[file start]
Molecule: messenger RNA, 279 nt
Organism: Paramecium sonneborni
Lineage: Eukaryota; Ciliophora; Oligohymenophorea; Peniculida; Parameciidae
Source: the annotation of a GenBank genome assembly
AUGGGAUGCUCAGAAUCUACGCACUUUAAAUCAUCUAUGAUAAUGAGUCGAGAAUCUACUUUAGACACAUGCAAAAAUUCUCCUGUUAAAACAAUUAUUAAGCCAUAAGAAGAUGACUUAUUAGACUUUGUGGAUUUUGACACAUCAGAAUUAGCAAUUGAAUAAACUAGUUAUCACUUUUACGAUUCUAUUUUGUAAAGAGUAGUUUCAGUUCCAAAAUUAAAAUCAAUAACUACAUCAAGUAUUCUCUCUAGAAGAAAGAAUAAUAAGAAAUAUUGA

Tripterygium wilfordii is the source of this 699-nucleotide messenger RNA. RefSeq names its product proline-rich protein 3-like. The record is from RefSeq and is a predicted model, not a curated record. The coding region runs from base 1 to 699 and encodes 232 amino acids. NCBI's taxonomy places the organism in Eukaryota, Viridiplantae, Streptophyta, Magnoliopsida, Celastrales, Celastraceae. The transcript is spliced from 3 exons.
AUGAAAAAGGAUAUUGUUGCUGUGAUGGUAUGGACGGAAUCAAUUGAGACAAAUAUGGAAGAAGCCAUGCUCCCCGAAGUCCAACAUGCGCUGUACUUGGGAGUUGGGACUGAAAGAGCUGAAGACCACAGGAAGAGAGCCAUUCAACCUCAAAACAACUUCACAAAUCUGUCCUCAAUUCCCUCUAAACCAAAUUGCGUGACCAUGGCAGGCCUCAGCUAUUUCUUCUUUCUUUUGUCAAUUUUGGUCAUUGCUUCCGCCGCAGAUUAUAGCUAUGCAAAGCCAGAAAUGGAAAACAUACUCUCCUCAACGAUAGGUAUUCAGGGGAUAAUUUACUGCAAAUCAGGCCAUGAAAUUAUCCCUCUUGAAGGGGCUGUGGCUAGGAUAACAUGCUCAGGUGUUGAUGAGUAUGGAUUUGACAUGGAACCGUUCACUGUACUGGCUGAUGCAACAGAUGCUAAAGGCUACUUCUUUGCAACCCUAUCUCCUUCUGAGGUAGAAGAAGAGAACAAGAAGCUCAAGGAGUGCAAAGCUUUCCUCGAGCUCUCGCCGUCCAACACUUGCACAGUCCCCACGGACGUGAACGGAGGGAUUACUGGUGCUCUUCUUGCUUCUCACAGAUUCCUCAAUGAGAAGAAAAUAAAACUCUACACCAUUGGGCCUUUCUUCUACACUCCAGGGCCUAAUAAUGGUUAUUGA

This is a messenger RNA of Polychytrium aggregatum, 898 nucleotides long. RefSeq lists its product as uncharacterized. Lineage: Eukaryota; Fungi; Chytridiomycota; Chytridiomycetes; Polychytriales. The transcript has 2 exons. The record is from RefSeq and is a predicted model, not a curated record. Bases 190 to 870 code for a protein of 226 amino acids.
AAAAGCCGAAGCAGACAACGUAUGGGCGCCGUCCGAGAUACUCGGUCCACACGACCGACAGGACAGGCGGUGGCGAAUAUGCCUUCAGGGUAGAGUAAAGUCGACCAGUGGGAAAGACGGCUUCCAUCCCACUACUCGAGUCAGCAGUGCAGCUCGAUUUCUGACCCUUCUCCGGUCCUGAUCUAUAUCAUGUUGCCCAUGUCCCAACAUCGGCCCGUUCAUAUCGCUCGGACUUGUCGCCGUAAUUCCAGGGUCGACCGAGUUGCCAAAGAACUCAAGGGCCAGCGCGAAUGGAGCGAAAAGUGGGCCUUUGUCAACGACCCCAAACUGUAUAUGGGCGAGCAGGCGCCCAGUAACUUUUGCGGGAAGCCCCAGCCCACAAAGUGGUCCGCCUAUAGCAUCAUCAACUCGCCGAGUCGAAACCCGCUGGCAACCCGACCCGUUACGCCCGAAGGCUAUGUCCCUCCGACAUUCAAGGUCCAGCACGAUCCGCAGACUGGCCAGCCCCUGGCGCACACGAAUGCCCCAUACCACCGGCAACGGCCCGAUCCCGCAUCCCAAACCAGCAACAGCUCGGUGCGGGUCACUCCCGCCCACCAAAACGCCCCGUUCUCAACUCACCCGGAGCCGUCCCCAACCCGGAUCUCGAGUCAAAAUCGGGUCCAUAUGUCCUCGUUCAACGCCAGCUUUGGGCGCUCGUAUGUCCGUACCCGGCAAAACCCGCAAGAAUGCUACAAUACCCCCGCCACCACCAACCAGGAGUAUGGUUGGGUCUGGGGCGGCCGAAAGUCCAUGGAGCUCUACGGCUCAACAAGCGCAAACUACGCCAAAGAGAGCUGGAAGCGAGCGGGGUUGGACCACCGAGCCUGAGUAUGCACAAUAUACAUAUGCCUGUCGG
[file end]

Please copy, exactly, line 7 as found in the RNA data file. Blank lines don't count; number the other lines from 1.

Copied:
AUGAAAAAGGAUAUUGUUGCUGUGAUGGUAUGGACGGAAUCAAUUGAGACAAAUAUGGAAGAAGCCAUGCUCCCCGAAGUCCAACAUGCGCUGUACUUGGGAGUUGGGACUGAAAGAGCUGAAGACCACAGGAAGAGAGCCAUUCAACCUCAAAACAACUUCACAAAUCUGUCCUCAAUUCCCUCUAAACCAAAUUGCGUGACCAUGGCAGGCCUCAGCUAUUUCUUCUUUCUUUUGUCAAUUUUGGUCAUUGCUUCCGCCGCAGAUUAUAGCUAUGCAAAGCCAGAAAUGGAAAACAUACUCUCCUCAACGAUAGGUAUUCAGGGGAUAAUUUACUGCAAAUCAGGCCAUGAAAUUAUCCCUCUUGAAGGGGCUGUGGCUAGGAUAACAUGCUCAGGUGUUGAUGAGUAUGGAUUUGACAUGGAACCGUUCACUGUACUGGCUGAUGCAACAGAUGCUAAAGGCUACUUCUUUGCAACCCUAUCUCCUUCUGAGGUAGAAGAAGAGAACAAGAAGCUCAAGGAGUGCAAAGCUUUCCUCGAGCUCUCGCCGUCCAACACUUGCACAGUCCCCACGGACGUGAACGGAGGGAUUACUGGUGCUCUUCUUGCUUCUCACAGAUUCCUCAAUGAGAAGAAAAUAAAACUCUACACCAUUGGGCCUUUCUUCUACACUCCAGGGCCUAAUAAUGGUUAUUGA